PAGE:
Moreover, the determination by the panel to expand the principle of Bailey v. Patterson, 369 U.S. 31, 82 S. Ct. 549, 7 L. Ed. 2d 512 (1962), "as a matter of practical judicial administration and as one which does not contravene the purposes of the three-judge court statute in this context"
is well warranted. The potential volume of these cases is large. The stage at which we are presently is one not calling for action apart from that taken herein. There appears no useful purpose in withdrawing two additional judges from other cases, wherein litigants also have significant controversies which are however presented at a juncture where further action is warranted, merely to set a time schedule. This is especially to be considered in a metropolitan area, such as this one, where, it might be noted, the tasks of the trial bench are not insubstantial.
As stated by the District Court for the District of Minnesota, in Hedlund v. Hanson, 213 F. Supp. 172 (1962),
wherein the apportionment of Hennepin County Minnesota County Commissioner Districts, was questioned:
"The federal courts are disinclined to rule on matters peculiarly and primarily of state concern. A healthy respect for the division of powers between the central government and the states is conducive to harmonious and effective government on all levels. We must have a 'scrupulous regard for the rightful independence of the state governments,' and should refrain from acting where proper recourse may be had to a branch or tribunal of the state government." 213 F. Supp. at 173.
The court held that:
"Since the claimed malapportionment is not disputed, and in view of the intention of the defendants and the intervenor to seek pertinent new laws of the State Legislature which convenes in January of 1962, and of the stated intention of the Hennepin County Board to redistrict the County before the next regular election in 1964, and in the light of the ready availability and jurisdiction of the Minnesota State Courts to afford needful judicial services in the matter, we think it would be unwise and inappropriate for us to accept and exercise jurisdiction in the matter at this time.
"We conclude, therefore, that the case should be continued without date, and the plaintiffs will be permitted, if so advised on the basis of subsequent events, to reassert their claim in this Court." 213 F. Supp. at 173-174.
Furthermore, the potent radiations in these passages pointing toward the issue of whether a matter involving less than state-wide reapportionment is appropriately presented in federal courts in a factual situation where malapportionment is not disputed, where there is present an intention and action to remedy the malapportionment, and a state court system most readily available to grant appropriate relief, may not properly be ignored.
As already noted, this is a removed action. Upon oral argument before the panel, counsel for the plaintiff, the party for whose protection the federal courts would presumably be in this area, stated that it would be his preference if the matter had remained in the state court. (See Minutes pp. 5, 16.)
The decision of the District Court in Bianchi, supra, was rendered on February 1, 1965. It does not appear that prior to that determination, the New York State Courts had held the one-man-one-vote principle applicable to local governmental bodies.
In Goldstein v. Rockefeller, 45 Misc.2d 778, 257 N.Y.S.2d 994 (Sup.Ct. Monroe Co., April 6, 1965),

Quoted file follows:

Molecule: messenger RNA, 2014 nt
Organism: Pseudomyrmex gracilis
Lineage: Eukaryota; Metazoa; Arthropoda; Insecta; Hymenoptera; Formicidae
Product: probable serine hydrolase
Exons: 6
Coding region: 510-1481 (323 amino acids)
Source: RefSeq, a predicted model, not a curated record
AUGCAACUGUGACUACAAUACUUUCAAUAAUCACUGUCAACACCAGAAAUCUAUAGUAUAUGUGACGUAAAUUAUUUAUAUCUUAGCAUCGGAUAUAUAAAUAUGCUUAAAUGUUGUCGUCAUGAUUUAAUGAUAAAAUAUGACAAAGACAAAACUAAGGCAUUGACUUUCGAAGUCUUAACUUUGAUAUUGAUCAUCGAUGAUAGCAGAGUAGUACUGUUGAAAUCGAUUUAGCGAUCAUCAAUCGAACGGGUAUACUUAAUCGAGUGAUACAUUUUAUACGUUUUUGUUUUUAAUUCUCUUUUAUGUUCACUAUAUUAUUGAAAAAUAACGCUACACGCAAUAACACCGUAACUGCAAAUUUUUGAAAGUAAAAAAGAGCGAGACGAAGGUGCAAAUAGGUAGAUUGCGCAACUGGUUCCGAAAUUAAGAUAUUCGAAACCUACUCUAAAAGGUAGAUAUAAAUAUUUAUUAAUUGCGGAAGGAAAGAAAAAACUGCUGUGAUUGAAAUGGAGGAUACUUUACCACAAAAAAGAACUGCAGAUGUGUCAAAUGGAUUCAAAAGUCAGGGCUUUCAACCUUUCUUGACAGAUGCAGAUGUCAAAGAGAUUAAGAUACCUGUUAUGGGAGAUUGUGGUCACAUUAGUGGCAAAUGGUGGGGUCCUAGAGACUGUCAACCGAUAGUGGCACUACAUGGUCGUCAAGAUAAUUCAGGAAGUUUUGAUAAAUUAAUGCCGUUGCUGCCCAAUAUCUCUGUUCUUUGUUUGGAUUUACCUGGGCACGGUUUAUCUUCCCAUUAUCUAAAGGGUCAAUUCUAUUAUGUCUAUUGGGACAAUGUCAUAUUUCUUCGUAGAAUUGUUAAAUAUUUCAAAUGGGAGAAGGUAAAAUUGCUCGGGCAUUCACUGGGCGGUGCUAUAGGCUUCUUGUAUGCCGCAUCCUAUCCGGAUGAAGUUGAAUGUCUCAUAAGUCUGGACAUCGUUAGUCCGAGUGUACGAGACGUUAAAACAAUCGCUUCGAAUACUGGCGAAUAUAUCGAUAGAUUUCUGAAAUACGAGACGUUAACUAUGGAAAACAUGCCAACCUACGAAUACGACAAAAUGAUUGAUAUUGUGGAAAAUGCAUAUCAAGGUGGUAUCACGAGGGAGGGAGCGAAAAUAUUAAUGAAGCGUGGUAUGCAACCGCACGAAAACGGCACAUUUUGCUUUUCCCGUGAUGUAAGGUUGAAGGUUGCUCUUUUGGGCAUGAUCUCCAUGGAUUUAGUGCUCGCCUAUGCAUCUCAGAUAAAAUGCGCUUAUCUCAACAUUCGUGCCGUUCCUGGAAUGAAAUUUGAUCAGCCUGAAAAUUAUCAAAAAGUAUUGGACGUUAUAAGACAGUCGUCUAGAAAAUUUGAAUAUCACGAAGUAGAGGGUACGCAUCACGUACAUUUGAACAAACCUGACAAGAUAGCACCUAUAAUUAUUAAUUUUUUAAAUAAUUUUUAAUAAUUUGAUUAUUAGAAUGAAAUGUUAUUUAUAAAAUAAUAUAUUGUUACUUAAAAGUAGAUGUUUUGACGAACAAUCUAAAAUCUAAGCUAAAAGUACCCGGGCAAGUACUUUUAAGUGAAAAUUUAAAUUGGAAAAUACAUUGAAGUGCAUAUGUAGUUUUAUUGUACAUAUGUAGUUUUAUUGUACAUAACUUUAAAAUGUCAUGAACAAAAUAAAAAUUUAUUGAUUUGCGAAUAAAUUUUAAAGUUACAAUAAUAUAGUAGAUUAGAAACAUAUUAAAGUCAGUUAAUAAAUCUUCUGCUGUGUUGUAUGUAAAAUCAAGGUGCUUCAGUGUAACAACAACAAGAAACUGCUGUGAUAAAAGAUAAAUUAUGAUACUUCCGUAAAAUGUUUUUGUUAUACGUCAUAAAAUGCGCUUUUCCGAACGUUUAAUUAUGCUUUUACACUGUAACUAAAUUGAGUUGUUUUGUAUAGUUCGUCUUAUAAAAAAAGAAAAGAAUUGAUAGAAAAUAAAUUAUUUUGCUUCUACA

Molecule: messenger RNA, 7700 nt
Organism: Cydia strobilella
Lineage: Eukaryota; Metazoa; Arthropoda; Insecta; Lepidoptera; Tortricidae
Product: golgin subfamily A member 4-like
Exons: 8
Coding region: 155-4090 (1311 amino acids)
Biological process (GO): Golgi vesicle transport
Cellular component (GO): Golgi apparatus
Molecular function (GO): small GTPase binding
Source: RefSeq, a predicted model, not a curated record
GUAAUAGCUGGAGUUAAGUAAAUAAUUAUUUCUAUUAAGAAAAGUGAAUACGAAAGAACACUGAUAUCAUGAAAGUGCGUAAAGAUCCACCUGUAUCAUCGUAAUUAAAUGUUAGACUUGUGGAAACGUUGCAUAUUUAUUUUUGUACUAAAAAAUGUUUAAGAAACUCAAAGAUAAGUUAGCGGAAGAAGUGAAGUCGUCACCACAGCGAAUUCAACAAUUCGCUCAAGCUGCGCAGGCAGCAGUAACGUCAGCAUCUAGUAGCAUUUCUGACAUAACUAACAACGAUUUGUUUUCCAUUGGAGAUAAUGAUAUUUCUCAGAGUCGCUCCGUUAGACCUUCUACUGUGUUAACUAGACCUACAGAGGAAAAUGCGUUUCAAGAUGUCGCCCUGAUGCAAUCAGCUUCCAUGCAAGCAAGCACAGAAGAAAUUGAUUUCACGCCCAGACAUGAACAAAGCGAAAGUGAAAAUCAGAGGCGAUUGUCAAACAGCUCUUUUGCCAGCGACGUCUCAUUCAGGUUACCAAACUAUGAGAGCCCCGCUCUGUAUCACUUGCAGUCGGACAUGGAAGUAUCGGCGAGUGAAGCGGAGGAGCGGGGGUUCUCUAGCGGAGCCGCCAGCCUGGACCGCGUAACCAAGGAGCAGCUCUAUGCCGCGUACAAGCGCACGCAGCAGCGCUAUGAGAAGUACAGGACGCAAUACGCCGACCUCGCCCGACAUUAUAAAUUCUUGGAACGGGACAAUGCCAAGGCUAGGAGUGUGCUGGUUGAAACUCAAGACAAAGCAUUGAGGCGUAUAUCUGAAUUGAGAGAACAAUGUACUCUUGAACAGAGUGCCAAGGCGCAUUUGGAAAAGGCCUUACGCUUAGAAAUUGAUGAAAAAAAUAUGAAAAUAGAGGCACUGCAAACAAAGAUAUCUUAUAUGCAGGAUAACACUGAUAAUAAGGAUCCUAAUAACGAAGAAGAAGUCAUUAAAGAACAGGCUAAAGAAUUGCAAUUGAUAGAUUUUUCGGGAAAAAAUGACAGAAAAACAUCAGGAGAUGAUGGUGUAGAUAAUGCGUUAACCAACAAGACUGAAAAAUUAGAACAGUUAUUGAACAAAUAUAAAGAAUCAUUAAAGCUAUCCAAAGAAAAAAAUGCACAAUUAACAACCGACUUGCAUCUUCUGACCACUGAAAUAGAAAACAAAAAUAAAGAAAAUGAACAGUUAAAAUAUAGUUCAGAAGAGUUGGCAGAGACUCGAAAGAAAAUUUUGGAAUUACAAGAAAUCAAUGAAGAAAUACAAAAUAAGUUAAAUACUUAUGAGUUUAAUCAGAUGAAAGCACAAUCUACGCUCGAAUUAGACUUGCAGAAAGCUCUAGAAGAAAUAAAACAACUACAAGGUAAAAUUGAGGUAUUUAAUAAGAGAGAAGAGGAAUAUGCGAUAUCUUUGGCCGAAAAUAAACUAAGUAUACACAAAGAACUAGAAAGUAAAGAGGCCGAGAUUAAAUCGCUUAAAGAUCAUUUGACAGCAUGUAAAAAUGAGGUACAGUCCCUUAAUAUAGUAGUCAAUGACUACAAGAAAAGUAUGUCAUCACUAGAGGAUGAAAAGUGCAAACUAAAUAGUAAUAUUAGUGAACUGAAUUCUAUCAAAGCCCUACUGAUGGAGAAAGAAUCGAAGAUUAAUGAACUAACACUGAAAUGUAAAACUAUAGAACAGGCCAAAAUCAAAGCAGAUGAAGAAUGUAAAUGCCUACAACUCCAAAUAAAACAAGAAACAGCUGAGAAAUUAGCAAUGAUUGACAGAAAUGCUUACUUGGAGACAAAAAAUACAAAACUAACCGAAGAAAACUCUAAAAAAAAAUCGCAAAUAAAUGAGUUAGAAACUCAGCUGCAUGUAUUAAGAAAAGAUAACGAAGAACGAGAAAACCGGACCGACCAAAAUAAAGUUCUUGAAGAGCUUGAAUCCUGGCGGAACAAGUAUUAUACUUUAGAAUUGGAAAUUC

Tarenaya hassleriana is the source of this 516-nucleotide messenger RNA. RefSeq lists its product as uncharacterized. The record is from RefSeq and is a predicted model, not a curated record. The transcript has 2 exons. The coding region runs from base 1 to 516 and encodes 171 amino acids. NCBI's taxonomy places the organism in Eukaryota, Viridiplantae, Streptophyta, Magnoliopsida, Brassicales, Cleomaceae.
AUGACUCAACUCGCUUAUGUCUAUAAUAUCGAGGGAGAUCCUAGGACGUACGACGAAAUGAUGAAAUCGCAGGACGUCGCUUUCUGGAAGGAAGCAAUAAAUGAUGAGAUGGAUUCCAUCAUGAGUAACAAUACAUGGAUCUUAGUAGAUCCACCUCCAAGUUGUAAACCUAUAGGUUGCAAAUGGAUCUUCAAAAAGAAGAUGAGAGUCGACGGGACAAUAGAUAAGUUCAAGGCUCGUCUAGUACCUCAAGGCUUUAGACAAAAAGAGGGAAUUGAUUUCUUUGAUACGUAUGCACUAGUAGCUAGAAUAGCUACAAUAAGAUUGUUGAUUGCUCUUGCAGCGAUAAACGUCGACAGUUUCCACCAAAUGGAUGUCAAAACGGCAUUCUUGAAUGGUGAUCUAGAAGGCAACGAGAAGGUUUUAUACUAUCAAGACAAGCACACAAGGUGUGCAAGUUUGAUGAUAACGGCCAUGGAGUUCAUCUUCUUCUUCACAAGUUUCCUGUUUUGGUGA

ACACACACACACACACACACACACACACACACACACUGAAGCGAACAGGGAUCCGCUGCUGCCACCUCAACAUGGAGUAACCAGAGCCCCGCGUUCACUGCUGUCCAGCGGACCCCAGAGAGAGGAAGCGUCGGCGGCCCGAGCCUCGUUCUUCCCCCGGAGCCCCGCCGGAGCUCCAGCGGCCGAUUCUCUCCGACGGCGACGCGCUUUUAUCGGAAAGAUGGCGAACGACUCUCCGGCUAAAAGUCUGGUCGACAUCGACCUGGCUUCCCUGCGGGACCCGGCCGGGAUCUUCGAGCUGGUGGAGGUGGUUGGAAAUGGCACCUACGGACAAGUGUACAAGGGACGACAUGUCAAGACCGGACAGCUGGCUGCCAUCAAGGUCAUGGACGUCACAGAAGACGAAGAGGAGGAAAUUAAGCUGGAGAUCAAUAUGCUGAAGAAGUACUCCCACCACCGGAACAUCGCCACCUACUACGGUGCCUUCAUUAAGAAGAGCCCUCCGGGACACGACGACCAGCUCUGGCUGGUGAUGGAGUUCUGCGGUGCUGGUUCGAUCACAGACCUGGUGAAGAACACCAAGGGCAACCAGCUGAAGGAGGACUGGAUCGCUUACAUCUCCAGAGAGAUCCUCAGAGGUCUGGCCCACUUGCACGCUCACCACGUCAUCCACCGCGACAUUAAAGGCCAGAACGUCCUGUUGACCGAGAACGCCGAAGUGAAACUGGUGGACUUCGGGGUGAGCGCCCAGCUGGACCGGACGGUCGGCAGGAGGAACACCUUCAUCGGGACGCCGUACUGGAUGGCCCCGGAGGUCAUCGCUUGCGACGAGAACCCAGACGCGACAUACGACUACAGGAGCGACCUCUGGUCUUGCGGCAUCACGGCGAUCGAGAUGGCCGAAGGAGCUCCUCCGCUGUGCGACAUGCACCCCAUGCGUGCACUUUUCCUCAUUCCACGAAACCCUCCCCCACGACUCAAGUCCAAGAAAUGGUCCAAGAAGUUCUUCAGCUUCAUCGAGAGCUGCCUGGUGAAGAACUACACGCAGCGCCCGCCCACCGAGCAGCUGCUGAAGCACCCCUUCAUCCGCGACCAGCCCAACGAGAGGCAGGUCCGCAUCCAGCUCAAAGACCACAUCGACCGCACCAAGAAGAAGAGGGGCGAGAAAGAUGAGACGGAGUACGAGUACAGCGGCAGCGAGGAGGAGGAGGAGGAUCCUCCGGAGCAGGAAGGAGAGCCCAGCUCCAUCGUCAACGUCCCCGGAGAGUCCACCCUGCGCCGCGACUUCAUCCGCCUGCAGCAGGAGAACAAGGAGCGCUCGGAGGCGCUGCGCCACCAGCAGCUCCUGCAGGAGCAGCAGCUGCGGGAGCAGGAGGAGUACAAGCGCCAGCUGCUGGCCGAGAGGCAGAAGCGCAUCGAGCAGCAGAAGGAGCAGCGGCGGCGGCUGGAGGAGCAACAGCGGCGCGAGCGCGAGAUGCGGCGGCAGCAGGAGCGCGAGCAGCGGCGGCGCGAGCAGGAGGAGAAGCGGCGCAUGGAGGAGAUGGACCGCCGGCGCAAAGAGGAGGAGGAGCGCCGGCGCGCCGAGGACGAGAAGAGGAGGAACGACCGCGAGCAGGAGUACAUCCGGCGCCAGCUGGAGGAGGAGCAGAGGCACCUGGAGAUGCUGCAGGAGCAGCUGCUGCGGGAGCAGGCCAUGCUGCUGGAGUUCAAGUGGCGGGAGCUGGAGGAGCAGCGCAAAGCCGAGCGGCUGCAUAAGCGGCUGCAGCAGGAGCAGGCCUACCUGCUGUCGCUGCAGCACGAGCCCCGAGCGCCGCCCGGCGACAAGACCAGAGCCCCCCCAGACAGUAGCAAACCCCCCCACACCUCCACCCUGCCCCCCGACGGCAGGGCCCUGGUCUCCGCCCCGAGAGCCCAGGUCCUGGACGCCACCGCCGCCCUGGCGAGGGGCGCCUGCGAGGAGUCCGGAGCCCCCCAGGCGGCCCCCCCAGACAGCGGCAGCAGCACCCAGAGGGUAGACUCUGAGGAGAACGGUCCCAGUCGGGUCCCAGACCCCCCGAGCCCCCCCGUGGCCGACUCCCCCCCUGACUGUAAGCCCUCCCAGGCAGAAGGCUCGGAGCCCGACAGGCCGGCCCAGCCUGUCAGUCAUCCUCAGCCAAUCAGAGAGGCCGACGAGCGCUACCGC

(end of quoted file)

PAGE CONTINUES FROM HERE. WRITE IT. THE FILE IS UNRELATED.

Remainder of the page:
the court concluded that the one-man-one-vote principle applied to election of members of the Board of Supervisors of Monroe County and that the apportionment of members of the Board, and Section 150 of the County Law, in so far as its application required that apportionment, violated the equal protection clause of the Fourteenth Amendment and Sections 1 and 11 of Article I of the New York State Constitution. The court permitted the Board to continue to function as then constituted, the November elections to be held under existing law and retained jurisdiction, providing that the parties might apply for further relief after April 1, 1966, "in the light of then existing legislative and decisional law and the interim efforts of the defendants to comply with the constitutional mandate." 257 N.Y.S.2d at 1006.
In Seaman v. Fedourich, 45 Misc.2d 940, 258 N.Y.S.2d 152 (Sup.Ct. Broome Co. April 13, 1965), the court held that:
"That the 'one person, one vote' principle is applicable to the apportionment of elected members of legislative bodies of governmental units below the level of state legislatures can no longer be doubted." 258 N.Y.S.2d at 155.
The court has previously noted the Monroe County case and stated that:
"We may not question the decisions of the United States Supreme Court. We are in accord with the decision in Goldstein et al. v. Nelson A. Rockefeller, et al." 258 N.Y.S.2d at 154.
The court held unconstitutional the then apportionment of the Common Council of the City of Binghamton under Federal and State Constitutions, enjoined any further elections under the existing apportionment plan; permitted the Council to continue to function as then constituted and retained jurisdiction to entertain an application by any party for review of any apportionment plan adopted. The Common Council subsequently formulated a plan, which was determined by the Court on May 3, 1965, not to meet constitutional requirements, 46 Misc. 2d 289, 258 N.Y.S.2d 1008. This decision was unanimously affirmed by the Appellate Division for the Third Department on May 20, 1965, without opinion, 23 A.D.2d 968, 259 N.Y.S.2d 1021, 23 A.D.2d 970; and, also unanimously, by the Court of Appeals, 16 N.Y.2d 94, 262 N.Y.S.2d 444, 209 N.E.2d 778 (July 9, 1965). In an opinion written by Judge Stanley H. Fuld, that court spoke as follows: